Today, scores of households in New Orleans in the United States are still struggling to recover from the ravages of Hurricane Isaac just a few weeks ago. The city, pounded by Katrina seven years earlier, strengthened its defences, a development that worked efficiently for the majority, but left a minority suffering from flooding so severe it even covered roofs.
A large part of the problem the city faced with Isaac was that the storm literally sat overhead for almost 48 hours — so while it was not nearly as strong as Katrina, the relentless rain was just too much for some.
The lesson here for us in Barbados is that while we may prepare our homes to stand up to the massive winds of a category five hurricane, depending on where we live severe flooding may be inevitable — and we may be able to do little about it other than to simply flee.
It was not so long ago that some residents of Wotton in Christ Church found themselves marooned in their own home by flooding that resulted from heavy overnight rainfall. As a result the nation saw many photos of neighbours, up to their necks in flood waters trying to be their “brother’s keeper”.
But before we jump headlong into flood water in a country where just about every home has a well accepting sewage, which, if the district is flooded must also be flooded, what should we know about the possible dangers contained in that water?
Here’s an extract from the World Health Organisation on the subject: Floods can potentially increase the transmission of the following communicable diseases:
* Water-borne diseases, such as typhoid fever, cholera, leptospirosis and hepatitis A
* Vector-borne diseases, such as malaria, dengue and dengue haemorrhagic fever, yellow fever, and West Nile Fever.
Flooding is associated with an increased risk of infection, however this risk is low unless there is significant population displacement and/or water sources are compromised…
There is an increased risk of infection of water-borne diseases contracted through direct contact with polluted waters, such as wound infections, dermatitis, conjunctivitis, and ear, nose and throat infections. However, these diseases are not epidemic-prone.
The only epidemic-prone infection which can be transmitted directly from contaminated water is leptospirosis, a zoonotic bacterial disease. Transmission occurs through contact of the skin and mucous membranes with water, damp soil or vegetation (such as sugarcane) or mud contaminated with rodent urine. The occurrence of flooding after heavy rainfall facilitates the spread of the organism due to the proliferation of rodents which shed large amounts of leptospires in their urine.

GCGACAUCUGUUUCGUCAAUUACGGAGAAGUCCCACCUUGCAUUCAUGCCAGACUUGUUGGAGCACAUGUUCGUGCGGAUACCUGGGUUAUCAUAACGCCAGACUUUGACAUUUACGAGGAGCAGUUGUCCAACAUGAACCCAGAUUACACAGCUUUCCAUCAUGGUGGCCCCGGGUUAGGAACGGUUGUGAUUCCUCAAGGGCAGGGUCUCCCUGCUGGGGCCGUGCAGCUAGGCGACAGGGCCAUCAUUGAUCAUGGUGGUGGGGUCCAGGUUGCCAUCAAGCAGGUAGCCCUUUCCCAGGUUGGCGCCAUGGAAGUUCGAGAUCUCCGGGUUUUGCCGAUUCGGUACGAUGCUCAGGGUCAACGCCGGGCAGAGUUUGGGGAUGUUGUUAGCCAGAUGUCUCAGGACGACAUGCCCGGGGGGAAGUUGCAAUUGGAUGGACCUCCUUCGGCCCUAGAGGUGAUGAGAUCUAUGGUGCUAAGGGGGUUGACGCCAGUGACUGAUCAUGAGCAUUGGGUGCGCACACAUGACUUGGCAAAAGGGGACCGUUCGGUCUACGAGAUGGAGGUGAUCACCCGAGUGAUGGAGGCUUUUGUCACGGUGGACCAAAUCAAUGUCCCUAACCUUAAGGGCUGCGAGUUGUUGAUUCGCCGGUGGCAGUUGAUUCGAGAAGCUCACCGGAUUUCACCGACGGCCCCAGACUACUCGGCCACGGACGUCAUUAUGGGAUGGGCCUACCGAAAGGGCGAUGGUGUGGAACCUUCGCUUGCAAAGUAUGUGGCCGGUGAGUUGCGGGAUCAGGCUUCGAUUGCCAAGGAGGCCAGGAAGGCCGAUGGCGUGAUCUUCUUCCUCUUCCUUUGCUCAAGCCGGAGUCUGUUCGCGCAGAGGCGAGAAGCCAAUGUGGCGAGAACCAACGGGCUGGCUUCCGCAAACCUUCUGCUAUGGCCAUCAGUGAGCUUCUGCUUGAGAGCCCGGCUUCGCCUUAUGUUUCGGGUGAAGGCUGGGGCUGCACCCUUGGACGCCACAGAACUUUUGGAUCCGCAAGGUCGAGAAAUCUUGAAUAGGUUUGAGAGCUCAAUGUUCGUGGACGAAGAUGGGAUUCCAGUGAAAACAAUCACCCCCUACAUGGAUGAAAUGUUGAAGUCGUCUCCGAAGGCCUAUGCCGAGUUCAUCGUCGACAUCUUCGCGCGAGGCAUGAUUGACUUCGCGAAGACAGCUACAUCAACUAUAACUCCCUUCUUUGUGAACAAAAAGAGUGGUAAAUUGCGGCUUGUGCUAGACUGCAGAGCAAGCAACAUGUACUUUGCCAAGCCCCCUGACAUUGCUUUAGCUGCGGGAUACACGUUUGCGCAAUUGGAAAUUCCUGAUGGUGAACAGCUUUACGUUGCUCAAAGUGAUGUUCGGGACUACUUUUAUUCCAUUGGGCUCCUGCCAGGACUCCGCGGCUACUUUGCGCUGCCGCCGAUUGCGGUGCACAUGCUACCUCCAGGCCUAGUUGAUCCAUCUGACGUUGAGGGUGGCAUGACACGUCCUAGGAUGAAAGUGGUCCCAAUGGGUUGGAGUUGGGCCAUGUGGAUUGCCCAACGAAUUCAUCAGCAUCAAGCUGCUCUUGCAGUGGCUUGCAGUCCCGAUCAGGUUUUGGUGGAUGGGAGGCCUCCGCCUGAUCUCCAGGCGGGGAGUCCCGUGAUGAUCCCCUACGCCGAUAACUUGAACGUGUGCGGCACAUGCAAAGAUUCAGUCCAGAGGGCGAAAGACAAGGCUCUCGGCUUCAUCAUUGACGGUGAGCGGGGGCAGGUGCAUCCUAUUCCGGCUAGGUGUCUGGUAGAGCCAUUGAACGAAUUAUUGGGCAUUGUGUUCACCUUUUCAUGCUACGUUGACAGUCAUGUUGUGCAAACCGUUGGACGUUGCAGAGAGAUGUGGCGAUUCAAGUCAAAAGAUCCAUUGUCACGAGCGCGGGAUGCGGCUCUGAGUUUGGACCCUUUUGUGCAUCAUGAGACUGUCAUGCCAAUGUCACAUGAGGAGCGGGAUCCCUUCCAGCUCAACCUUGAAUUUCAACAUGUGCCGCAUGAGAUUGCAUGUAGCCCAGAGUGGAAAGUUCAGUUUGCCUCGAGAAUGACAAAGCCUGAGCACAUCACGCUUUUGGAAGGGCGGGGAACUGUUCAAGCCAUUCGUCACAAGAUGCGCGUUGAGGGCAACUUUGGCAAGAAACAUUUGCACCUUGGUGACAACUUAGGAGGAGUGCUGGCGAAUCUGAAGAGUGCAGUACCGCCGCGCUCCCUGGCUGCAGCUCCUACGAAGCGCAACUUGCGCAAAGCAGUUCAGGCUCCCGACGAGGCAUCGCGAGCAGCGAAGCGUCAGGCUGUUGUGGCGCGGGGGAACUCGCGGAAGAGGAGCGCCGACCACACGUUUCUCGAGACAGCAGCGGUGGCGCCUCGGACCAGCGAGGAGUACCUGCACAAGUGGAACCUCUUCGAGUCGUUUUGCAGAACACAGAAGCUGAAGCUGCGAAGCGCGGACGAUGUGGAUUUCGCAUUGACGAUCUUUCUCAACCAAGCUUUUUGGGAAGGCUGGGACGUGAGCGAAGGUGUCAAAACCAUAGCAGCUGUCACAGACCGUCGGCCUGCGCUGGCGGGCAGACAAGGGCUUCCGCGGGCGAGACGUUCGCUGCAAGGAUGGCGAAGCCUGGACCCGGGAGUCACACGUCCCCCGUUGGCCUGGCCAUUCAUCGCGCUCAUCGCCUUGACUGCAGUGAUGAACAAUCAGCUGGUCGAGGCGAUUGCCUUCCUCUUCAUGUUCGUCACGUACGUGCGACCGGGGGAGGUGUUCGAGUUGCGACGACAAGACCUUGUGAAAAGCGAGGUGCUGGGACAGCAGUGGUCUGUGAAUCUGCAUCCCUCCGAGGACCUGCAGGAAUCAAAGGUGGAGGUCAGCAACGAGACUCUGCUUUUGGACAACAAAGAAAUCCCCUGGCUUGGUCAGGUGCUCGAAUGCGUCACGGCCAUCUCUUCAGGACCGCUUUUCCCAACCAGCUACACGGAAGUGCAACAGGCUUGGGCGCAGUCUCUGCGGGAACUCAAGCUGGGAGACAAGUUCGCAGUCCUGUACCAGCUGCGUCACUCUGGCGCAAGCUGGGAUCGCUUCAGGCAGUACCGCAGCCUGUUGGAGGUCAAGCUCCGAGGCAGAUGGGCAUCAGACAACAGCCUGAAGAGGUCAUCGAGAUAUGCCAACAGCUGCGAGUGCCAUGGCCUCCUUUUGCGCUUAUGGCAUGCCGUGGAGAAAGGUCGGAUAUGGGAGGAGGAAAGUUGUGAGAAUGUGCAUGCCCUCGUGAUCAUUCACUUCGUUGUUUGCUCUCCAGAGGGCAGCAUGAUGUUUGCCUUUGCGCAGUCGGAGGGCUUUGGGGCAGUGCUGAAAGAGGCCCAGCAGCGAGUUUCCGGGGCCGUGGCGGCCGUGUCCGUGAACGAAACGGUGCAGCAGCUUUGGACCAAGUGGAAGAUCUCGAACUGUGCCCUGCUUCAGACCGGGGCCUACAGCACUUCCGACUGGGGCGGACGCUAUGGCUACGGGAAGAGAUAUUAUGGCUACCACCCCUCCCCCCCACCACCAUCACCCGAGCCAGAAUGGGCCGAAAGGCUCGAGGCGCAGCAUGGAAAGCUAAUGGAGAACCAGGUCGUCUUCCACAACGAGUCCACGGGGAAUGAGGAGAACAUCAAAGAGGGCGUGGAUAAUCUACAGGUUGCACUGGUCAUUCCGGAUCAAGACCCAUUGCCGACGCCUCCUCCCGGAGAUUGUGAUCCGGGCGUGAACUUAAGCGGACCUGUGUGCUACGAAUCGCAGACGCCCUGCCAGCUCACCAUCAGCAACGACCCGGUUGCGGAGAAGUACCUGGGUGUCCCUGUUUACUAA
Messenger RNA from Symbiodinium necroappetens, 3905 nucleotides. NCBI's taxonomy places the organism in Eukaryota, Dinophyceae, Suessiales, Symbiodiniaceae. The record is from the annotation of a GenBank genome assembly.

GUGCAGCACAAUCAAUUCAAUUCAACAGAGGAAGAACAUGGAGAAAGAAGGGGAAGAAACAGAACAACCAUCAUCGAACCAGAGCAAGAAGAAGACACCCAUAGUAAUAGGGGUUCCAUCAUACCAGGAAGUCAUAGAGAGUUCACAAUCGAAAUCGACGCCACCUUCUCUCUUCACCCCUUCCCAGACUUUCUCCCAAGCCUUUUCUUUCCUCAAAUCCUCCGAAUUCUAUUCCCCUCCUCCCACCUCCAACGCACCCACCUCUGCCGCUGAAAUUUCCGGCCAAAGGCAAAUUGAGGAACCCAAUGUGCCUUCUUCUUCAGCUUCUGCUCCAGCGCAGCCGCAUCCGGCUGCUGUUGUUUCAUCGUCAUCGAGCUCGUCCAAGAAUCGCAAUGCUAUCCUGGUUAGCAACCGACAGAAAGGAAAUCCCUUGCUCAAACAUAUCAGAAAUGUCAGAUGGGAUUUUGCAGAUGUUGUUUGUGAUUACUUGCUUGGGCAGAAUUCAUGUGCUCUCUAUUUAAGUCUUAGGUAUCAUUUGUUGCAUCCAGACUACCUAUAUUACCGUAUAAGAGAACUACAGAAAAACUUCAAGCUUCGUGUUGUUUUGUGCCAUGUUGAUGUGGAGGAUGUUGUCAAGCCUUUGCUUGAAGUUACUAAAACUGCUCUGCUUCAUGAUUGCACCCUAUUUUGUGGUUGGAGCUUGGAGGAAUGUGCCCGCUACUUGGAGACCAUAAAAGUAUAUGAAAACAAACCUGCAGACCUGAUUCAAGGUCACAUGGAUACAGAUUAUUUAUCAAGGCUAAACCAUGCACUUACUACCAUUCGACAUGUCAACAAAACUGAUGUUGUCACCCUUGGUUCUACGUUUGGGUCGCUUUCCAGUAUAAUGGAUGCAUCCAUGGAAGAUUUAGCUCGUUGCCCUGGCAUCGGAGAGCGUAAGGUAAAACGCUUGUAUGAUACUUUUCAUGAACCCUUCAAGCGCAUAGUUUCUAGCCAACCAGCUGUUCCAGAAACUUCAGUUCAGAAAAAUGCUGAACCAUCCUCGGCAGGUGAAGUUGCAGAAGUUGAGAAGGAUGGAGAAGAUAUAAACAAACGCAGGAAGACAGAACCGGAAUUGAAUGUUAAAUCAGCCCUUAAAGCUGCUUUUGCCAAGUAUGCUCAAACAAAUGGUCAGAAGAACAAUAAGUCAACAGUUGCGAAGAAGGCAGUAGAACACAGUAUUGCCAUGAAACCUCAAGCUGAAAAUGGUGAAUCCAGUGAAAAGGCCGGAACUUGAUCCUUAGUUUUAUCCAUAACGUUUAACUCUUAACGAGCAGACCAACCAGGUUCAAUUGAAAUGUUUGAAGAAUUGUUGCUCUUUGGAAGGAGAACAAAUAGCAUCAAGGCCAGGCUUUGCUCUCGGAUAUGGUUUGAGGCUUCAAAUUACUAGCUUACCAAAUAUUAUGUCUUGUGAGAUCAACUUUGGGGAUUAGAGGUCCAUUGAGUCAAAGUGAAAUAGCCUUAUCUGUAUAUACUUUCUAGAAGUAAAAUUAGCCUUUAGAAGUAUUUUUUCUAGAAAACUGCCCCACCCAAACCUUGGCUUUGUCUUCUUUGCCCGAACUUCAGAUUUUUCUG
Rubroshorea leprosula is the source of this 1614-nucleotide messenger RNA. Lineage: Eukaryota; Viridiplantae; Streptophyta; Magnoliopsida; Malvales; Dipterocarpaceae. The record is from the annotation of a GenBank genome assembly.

Floods may indirectly lead to an increase in vector-borne diseases through the expansion in the number and range of vector habitats. Standing water caused by heavy rainfall or overflow of rivers (and wells) can act as breeding sites for mosquitoes, and therefore enhance the potential for exposure of the disaster-affected population and emergency workers to infections such as dengue, malaria and West Nile fever. Flooding may initially flush out mosquito breeding, but it comes back when the waters recede. The lag time is usually around six to eight weeks before the onset of a malaria epidemic.
Malaria epidemics in the wake of flooding are a well-known phenomenon in malaria-endemic areas world-wide. (This does not include Barbados)…
The risk of outbreaks is greatly increased by complicating factors, such as changes in human behaviour (increased exposure to mosquitoes while sleeping outside, a temporary pause in disease control activities, overcrowding), or changes in the habitat which promote mosquito breeding.
Other health risks posed by flooding
These include drowning and injuries or trauma. Tetanus is not common after injury from flooding, and mass tetanus vaccination programmes are not indicated. However, tetanus boosters may be indicated for previously vaccinated people who sustain open wounds or for other injured people depending on their tetanus immunisation history.
Hypothermia may also be a problem, particularly in children, if trapped in floodwaters for lengthy periods. There may also be an increased risk of respiratory tract infections due to exposure (loss of shelter, exposure to flood waters and rain).
Power cuts related to floods may disrupt water treatment and supply plants thereby increasing the risk of water-borne diseases, but may also affect proper functioning of health facilities.
So, we admonish you to be cautious before you take the plunge — even as we encourage you to always be neighbourly.